When a rain barrel is more than a rain barrel

Two years ago, during one of our first forays into urban homesteading, my Father’s Day present from Aimee was permission to install our first rain-barrel.  It was a romantic thought to me.  “Let’s not waste the water-from-heaven gift (even though we receive it some 300 plus days a year), let’s harvest it.”

So, I climbed on craigslist and found a bohemian craftsperson in our area that converted wine-barrels for rain collection.  My romanticism grew.  Seasoned oak barrels that once brimmed with local wine would now collect über-local heaven-water.   No less than Jesus’ miracle at Cana reenacted in my front yard (all be it in reverse, but don’t bother me with details, I was in the romantic groove).  This first barrel was anchored next to our heavy-set front porch, nestled in a nook along our front walk.

Then last spring we added two more barrels, taking our rain storage to near 150 gallons.  One was saddled to our century-old chimney.  From it an overflow trough carried water to the third barrel amongst our garden beds, across the front-walk from its older sister.  One barrel out of sight and two perched in the front yard for all to see.  We had created an oak welcoming committee.

One hundred and fifty gallons.

This spring we decided not to add any more barrels.  These three were sufficient for our hundred plus square feet of garden beds.  But when I gave the barrels their annual check-up, I was surprised by the diagnosis.  The original barrel’s foundation was in significant disrepair.  The chimney-barrel had a thick layer of green-something the consistency of a fried egg and the feeder-trough was, well, less than reliable.  It took half a day to get it all back to working order.

Preserving rain can be hard work.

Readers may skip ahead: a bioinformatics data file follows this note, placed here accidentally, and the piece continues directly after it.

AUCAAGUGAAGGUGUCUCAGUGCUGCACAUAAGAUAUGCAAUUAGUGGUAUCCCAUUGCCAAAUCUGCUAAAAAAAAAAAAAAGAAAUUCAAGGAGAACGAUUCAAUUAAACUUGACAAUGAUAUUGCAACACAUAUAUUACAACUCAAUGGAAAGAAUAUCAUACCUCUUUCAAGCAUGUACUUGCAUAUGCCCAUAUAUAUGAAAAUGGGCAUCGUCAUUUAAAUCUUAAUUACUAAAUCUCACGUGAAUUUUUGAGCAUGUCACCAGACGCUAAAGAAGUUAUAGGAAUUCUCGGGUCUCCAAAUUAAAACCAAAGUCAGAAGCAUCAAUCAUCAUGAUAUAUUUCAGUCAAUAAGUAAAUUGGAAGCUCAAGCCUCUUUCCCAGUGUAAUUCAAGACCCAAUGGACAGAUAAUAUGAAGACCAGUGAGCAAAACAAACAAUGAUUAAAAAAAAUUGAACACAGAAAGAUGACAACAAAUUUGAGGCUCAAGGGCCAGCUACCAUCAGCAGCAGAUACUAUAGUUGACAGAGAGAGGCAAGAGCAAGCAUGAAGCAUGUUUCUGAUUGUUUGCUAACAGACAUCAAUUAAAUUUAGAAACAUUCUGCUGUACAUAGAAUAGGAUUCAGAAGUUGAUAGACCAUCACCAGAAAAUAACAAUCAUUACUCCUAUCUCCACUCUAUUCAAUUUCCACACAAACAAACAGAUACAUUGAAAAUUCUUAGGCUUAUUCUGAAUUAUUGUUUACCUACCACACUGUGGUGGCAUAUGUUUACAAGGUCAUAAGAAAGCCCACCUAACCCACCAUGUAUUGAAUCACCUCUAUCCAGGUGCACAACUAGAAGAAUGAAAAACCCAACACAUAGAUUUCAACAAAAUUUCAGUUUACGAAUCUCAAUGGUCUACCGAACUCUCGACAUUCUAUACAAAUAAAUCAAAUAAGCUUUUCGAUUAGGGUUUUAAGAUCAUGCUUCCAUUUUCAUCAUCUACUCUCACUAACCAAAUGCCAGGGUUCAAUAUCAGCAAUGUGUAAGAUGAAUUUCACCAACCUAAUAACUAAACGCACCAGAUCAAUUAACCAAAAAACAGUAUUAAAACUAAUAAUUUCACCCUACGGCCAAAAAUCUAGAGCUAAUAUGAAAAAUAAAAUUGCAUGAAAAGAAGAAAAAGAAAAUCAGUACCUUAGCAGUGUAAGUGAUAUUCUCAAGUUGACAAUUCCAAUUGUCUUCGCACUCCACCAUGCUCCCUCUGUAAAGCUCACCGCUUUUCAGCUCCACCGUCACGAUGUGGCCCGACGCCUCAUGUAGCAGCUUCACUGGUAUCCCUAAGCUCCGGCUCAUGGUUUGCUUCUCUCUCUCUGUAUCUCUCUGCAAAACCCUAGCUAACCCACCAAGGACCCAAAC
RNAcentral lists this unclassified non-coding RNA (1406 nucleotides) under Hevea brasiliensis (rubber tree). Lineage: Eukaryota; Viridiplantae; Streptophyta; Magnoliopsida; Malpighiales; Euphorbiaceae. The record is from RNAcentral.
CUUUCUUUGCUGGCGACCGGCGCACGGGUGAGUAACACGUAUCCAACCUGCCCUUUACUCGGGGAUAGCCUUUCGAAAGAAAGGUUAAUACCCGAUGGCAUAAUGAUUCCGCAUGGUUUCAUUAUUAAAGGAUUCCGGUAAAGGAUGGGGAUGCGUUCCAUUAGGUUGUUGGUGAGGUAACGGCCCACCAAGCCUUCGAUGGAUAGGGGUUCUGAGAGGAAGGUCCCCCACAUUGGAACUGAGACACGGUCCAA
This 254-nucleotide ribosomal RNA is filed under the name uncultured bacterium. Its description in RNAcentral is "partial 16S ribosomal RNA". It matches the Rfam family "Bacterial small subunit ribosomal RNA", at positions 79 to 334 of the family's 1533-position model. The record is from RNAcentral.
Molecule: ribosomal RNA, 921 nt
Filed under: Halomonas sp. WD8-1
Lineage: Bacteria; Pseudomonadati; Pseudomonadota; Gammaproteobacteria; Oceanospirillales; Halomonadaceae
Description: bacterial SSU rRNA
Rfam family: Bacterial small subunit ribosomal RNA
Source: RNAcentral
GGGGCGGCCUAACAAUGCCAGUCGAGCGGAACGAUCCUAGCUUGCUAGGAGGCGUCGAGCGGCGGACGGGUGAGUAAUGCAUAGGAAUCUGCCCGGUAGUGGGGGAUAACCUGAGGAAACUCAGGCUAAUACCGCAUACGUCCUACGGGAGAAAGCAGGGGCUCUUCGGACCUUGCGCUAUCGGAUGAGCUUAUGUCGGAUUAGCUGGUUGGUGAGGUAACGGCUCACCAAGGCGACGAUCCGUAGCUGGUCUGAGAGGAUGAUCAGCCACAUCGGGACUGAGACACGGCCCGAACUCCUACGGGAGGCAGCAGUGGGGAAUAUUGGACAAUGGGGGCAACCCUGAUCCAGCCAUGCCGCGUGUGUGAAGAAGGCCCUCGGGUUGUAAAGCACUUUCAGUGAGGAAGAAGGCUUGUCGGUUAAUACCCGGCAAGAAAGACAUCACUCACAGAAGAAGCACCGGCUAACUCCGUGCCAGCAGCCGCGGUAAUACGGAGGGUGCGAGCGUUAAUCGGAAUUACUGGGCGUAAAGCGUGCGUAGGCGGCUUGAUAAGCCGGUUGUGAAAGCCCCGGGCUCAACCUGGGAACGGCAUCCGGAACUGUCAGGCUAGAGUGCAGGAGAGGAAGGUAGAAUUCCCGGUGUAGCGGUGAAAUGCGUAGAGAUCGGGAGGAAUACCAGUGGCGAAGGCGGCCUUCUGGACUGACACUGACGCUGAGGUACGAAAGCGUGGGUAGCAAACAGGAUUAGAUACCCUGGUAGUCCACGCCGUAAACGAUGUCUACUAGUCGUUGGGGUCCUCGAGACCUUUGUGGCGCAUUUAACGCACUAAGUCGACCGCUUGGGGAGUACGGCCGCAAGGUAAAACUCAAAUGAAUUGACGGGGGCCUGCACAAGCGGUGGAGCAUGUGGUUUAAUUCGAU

Upon reflection, it seems a bit pious to horde water in what must be one of the rainiest places on the planet.  And while I like the way those beautiful oak-sisters welcome everyone who comes to our home, are they really a better metaphor than say… a couple of impressive rhododendrons?

In my final assessment, I am not sure those rain barrels are there primarily for our gardens.  I don’t think they are even there for our neighbors and friends.  I think they are there for me.  They represent a different sort of life.  A life where I slow down.  They represent a life where I honor the earth and don’t see her as an unlimited check-card to be thoughtlessly and continuously swiped.

Each morning I walk out my front door.  And as I descend our steps, my mind streaming though the needs of the day, I am greeted by the sisters.  There is something really magnificent and beautiful about an oak wine barrel in the morning light, weathered and true.  And as I dart between them, often my right hand is already fidgeting for my car keys, it is then that they whisper to me, “Have you thought about walking today… riding your bike… or taking public?  Why don’t you preserve today… instead of consume?  Have you considered ways to slow down?  Will you dare to taste the unforced rhythms of grace?”

Symbols matter.

3 Responses to “When a rain barrel is more than a rain barrel”

  1. While my imagination is very vivid… Pictures please

  2. I needed this reminder today. Thanks Tony.

  3. Good point. I hadn’t thgouht about it quite that way. :)

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